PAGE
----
The Vietnamese general distrust of Chinese actions and intentions has continued until today. It flares up again in the current South China Sea conflicts that involve China, Vietnam, and also several Southeast Asian nations. Back in 1979, the Chinese pretext for their military intervention was to protect the ethnic Chinese citizens of Vietnam. Today, the Russian pretext is to protect ethnic Russians in Ukraine. The Chinese objective was also to warn the Vietnamese leadership that they could not be independent of China. The Russians want to use force to create regime change (a concept seemingly derived from the American interventions in the Middle East) and they have declared that the only way for Ukraine to avoid human misery is to stay in Russia’s orbit.
When China invaded Vietnam, the Vietnamese war machine was well oiled after many battles with the Americans. The Chinese faced a tough opponent, even though the Vietnamese now had two fronts, in Cambodia and North Vietnam. Nevertheless, there was no doubt that Vietnam would not be able to win a military conflict with China, just as much as Ukraine today cannot really win against Russia. What both the Ukrainians and the Vietnamese will do is resist, even when there is regime-change. The suffering caused by these attempts to establish supremacy cannot be measured. What we do know is that people vote with their feet. Those who can leave, leave.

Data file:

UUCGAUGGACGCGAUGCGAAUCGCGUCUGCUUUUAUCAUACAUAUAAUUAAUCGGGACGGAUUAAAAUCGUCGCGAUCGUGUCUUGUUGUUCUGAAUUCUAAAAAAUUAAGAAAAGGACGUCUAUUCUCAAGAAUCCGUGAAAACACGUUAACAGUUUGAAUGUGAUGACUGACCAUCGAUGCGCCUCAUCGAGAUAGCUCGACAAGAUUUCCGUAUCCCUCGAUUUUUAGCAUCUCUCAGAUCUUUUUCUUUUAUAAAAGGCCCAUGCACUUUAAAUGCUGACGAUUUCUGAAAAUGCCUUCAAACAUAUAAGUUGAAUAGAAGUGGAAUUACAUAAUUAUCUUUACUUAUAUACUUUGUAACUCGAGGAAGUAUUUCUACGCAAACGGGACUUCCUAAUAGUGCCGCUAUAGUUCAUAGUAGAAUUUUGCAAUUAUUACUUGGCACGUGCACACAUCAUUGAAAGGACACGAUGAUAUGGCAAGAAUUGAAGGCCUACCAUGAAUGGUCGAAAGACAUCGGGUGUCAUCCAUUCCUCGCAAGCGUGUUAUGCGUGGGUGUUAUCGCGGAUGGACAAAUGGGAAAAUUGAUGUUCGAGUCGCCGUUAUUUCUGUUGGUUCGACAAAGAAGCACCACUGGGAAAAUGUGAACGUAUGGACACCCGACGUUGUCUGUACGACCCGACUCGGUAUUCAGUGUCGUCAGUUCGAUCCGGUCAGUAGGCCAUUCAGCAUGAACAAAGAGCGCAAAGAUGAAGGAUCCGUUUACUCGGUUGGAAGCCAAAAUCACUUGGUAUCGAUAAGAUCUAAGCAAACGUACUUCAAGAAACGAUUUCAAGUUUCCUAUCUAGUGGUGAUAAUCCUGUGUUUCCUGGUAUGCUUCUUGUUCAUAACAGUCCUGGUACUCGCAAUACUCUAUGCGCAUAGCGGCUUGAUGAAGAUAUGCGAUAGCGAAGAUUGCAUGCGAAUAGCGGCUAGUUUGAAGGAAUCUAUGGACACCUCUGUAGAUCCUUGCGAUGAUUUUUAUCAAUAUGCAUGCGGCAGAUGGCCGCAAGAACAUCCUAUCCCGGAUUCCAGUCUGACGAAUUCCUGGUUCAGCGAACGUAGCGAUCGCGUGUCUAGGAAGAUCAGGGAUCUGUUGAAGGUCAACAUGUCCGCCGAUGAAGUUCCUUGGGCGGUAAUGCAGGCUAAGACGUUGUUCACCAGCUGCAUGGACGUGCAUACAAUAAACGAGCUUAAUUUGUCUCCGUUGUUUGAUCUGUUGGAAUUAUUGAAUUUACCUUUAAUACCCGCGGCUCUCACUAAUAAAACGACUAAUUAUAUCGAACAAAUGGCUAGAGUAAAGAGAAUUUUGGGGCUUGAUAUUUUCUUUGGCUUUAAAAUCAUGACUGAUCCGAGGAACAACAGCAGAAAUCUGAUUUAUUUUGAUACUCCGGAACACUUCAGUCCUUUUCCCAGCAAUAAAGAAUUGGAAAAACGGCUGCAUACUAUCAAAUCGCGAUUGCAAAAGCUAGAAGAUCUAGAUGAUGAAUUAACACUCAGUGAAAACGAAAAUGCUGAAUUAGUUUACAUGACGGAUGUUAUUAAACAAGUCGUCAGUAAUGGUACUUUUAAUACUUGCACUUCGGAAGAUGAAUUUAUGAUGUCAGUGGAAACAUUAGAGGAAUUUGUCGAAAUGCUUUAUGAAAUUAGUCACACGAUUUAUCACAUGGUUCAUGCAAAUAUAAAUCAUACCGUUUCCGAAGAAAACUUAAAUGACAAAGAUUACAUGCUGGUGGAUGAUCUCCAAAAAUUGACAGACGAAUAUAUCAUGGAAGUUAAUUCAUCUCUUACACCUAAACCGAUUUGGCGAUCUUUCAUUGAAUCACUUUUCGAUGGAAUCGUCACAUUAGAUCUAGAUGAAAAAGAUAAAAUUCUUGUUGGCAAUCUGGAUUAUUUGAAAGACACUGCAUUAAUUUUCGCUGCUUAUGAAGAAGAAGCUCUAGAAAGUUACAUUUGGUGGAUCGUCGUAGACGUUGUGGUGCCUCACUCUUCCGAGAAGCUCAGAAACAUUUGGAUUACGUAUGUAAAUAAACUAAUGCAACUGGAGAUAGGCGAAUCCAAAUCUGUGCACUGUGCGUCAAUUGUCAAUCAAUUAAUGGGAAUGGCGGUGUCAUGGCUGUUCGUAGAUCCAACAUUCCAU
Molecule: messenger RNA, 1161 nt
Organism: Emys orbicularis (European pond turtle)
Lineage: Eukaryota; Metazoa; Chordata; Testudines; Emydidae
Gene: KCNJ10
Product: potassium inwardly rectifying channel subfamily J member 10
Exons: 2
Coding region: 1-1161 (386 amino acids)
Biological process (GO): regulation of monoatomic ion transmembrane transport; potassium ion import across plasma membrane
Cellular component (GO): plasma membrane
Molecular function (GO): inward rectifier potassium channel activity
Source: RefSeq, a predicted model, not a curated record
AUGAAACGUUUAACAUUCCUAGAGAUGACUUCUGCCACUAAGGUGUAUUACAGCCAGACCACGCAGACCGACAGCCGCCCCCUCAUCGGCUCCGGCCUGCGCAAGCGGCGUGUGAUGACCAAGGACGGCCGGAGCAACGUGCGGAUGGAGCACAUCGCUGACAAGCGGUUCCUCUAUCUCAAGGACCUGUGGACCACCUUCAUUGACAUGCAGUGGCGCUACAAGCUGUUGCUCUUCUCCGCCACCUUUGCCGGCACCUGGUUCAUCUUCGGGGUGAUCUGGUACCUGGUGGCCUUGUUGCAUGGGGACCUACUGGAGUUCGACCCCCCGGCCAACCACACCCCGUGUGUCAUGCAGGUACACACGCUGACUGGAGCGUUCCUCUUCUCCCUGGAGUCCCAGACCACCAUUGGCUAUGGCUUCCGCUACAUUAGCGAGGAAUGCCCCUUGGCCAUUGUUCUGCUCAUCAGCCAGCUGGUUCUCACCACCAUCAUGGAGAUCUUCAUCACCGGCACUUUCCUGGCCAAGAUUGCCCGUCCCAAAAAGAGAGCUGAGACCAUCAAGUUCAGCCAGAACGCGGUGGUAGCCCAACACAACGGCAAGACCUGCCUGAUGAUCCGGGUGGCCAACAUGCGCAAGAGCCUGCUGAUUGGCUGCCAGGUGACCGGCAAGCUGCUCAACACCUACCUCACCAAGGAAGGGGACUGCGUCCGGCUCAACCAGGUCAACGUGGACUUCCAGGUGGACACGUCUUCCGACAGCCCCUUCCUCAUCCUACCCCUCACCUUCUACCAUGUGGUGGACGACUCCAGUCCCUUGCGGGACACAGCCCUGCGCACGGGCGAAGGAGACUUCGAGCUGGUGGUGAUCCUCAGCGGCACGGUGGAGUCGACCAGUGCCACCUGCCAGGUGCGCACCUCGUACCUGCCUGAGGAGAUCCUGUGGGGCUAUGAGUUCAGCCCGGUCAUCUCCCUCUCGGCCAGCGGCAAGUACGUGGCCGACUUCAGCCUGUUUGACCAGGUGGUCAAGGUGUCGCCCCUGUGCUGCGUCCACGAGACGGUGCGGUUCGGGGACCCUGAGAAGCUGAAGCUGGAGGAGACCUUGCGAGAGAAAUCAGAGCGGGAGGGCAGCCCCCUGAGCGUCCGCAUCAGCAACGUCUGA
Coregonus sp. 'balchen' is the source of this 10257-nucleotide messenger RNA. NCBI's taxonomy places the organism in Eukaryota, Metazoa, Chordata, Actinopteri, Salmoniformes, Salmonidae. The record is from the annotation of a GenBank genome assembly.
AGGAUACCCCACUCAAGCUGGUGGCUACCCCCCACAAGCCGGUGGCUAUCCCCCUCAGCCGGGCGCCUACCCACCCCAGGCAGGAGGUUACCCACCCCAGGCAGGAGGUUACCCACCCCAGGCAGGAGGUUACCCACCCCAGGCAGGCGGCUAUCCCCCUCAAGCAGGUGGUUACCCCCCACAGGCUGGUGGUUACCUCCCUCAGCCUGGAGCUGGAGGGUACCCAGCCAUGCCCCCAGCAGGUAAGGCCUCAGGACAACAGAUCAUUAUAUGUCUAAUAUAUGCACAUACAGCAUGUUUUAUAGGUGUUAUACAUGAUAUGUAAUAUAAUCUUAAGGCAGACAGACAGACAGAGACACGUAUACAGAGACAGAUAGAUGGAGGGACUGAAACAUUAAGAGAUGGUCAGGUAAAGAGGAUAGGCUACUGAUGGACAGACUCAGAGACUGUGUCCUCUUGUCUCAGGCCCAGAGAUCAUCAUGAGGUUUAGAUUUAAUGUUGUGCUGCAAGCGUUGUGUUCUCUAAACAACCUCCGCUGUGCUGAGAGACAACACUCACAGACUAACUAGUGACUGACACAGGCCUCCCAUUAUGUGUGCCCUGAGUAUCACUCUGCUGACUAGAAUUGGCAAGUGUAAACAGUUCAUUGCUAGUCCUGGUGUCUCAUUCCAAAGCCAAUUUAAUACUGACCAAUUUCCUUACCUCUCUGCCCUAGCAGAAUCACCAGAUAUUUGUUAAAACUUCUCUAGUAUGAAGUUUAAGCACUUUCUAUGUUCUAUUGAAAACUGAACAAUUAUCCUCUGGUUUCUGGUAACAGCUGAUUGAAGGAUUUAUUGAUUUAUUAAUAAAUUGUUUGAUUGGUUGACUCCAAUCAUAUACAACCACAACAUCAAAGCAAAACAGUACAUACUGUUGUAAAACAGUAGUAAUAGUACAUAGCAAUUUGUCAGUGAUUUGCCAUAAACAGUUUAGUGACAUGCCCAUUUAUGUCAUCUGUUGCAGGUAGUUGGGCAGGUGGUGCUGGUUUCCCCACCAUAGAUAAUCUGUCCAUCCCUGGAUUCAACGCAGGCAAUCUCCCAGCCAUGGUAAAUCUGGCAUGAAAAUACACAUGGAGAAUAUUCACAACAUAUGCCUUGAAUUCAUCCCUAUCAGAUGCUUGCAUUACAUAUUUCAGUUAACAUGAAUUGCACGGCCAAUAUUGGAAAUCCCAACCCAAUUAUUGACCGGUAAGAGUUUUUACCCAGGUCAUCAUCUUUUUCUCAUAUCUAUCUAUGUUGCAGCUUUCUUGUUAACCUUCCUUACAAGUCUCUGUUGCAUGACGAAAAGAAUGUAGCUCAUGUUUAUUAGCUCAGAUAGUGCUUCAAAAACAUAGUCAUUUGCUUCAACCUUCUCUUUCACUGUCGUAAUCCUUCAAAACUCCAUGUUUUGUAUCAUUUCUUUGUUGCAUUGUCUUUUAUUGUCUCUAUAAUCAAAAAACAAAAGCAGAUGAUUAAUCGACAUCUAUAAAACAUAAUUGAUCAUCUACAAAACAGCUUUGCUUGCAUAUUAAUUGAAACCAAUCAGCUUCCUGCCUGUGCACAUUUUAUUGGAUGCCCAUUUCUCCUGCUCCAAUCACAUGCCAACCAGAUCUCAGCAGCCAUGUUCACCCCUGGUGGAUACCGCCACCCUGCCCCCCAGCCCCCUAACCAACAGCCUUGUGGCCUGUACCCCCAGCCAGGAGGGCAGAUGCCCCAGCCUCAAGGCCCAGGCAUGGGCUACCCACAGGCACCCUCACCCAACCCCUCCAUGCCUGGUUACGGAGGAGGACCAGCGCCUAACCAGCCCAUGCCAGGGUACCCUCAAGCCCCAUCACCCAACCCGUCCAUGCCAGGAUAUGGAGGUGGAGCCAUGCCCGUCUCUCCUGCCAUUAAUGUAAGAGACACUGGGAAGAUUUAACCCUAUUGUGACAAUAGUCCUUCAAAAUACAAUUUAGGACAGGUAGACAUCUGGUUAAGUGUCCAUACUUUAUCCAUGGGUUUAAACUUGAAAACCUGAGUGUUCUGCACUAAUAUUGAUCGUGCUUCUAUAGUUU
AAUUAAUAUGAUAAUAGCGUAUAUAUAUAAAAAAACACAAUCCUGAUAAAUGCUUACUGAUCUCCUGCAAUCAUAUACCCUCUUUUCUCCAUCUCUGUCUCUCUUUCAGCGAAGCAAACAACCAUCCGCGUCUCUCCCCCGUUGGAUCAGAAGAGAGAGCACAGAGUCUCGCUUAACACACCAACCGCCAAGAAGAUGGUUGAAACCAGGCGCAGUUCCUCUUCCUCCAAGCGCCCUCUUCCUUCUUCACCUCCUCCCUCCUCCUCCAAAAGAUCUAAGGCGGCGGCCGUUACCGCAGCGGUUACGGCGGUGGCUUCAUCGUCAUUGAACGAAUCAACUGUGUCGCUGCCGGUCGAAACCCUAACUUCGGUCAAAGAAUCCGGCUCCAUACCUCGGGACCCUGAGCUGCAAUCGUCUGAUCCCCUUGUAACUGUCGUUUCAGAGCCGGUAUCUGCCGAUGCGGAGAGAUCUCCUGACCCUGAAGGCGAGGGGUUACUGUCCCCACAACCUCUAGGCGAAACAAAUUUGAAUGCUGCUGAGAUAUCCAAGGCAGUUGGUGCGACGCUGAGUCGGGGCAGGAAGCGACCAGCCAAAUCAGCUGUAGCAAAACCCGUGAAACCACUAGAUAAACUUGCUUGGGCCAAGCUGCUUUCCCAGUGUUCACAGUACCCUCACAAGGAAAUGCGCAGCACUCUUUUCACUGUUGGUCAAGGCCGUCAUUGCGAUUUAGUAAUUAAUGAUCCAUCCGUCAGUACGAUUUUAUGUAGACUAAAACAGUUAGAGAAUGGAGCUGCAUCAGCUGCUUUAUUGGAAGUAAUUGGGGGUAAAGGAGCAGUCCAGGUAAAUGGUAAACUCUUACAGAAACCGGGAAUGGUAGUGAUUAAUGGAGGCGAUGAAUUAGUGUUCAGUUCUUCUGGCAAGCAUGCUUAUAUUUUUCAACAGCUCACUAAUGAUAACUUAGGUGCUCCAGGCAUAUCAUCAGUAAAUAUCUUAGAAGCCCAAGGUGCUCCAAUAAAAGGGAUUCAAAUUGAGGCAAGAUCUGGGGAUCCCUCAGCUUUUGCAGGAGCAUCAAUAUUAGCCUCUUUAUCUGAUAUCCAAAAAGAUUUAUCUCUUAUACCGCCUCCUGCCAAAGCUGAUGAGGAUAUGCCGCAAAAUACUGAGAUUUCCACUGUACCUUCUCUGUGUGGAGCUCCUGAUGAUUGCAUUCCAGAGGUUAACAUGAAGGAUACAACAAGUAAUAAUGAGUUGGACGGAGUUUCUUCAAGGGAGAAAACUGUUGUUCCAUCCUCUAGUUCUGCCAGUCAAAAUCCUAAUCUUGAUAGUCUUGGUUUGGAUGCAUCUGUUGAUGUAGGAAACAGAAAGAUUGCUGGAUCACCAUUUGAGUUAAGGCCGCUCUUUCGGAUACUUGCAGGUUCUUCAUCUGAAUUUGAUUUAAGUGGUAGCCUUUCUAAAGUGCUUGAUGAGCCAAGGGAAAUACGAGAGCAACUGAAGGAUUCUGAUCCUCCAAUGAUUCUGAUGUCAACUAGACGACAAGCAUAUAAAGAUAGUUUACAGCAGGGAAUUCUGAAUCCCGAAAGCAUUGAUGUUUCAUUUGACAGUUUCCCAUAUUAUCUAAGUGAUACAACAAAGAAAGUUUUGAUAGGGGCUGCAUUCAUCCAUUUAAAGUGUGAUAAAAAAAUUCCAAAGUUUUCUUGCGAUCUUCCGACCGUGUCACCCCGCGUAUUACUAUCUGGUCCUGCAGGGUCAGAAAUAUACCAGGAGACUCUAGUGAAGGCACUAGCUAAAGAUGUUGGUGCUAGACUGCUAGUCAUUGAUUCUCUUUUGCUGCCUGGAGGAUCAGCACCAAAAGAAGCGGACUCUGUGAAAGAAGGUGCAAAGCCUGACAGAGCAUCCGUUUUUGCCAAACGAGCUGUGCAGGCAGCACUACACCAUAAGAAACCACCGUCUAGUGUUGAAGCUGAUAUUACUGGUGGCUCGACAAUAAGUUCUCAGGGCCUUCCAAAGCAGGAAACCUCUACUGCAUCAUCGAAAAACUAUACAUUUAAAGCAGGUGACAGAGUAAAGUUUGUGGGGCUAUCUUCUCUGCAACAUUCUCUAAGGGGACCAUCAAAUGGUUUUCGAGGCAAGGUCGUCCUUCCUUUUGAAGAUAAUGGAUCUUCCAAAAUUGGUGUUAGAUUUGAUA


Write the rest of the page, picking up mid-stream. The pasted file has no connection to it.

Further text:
The aftermath of the communist unification of Vietnam and the wars with China and Cambodia was an unprecedented Indo-Chinese refugee crisis. Many of the loempia sellers in Dutch cities have fled Vietnam. While these “boat refugees” mostly came from South Vietnam, a simultaneous flow of migrants came from North Vietnam to Eastern Europe, during the Communist period and continuing until today. That is why one finds thriving Vietnamese communities in former East Germany, Poland, Hungary, and so on.